It is with Skol an Emsav, who produce Bremañ, that I started to study the Breton language in any seriousness. Many thanks to them and their team.
Kernev-Veur… Un tamm douar en tu all da Vor Breizh. E Stad Breizh-Veur. Ha ni, e Stad Frañs. Gwallzarvoudoù an Istor… Petra ’reoc’h?
In the English translation that follows I have tried my best to stay as close as possible to the Breton so that it will be easier for Cornish speakers to compare the two languages. This results in English that may seem a little unusual or clumsy at times, but it provides a better idea of how things are expressed in Breton. Please do feel free to suggest changes or corrections. I would be most grateful of the help.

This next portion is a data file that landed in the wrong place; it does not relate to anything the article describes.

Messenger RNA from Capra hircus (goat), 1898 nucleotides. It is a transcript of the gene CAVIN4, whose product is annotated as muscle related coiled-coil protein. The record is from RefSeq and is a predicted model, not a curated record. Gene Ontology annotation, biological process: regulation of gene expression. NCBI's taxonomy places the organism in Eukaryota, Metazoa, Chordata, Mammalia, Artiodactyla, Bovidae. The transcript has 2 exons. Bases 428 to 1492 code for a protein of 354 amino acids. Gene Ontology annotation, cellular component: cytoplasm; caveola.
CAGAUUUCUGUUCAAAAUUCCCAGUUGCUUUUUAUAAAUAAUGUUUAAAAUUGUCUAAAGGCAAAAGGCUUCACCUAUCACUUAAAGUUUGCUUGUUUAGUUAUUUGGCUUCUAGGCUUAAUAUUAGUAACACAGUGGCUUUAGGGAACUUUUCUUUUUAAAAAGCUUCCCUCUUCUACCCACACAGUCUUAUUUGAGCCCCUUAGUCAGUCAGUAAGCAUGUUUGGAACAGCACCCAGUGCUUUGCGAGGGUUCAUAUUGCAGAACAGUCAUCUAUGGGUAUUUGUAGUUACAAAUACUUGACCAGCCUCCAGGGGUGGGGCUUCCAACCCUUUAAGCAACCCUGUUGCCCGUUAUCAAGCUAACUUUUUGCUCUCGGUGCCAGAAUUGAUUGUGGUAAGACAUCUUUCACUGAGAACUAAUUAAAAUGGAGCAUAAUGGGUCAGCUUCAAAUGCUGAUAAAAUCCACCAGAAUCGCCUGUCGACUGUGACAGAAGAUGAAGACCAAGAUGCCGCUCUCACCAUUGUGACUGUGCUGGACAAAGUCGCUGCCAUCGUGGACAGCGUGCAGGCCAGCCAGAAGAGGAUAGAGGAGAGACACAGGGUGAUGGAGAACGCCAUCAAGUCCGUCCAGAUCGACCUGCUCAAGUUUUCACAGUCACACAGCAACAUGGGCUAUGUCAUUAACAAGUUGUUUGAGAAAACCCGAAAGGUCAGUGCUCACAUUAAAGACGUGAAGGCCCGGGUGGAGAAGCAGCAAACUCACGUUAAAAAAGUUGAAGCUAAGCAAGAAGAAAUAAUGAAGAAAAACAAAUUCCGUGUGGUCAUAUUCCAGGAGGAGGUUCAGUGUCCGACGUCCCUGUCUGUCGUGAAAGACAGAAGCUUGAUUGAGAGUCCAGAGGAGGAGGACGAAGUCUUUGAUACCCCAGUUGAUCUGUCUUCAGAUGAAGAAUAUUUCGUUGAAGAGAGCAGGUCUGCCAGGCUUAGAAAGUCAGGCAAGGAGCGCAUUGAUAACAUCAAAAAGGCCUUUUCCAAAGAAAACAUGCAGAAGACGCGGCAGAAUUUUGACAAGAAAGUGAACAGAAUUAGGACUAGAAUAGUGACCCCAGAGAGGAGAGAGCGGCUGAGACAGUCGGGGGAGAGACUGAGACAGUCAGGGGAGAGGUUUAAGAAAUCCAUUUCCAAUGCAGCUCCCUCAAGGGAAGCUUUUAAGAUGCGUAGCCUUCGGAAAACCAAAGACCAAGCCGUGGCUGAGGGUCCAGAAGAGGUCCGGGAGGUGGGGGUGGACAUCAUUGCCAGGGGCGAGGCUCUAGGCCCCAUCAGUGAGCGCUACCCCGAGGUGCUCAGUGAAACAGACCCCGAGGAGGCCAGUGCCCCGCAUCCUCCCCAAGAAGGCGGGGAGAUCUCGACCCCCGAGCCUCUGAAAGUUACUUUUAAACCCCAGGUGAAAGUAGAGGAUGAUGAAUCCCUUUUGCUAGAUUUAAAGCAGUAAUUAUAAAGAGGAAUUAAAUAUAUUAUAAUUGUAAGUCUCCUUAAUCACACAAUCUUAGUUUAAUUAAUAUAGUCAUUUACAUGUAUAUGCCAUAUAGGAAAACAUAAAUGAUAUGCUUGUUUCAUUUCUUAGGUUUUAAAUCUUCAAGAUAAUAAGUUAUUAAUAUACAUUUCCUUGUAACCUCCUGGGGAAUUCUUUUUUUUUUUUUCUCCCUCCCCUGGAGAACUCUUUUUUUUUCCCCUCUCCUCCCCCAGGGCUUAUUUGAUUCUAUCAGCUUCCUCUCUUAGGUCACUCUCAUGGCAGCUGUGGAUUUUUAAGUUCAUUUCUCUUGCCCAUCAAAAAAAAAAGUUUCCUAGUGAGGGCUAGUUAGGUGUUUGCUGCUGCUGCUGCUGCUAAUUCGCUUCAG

That should be enough for there to be a true collaboration between the Bretons and the Cornish to draw together these two brythonic languages. And why not dream of going further? Why not draw the three brythonic languages together again with regards to modern needs? All this is completely in our hands. We use the word kleweled [audiovisual] with no great difficulty. Who knows that there is a Welsh word clyweled? Anyway, this word has gone the distance (been accepted). Because it was to be that way. We find the same word in Cornish klywwelyek as the adjective. An example that would be great to follow in the future when we find the same root-words in all three languages. Each of the three brythonic languages has something to offer to the two others.
Publish in Bremañ November 2014, No 397
"Dyski kernewek nyns yw pur gales!" that is to say: “deskiñ kernewek nend eo peur galet [learning Cornish is not too hard]” or “deskiñ kerneveureg n’eo ket diaes-tre [learning Cornish is not very difficult].”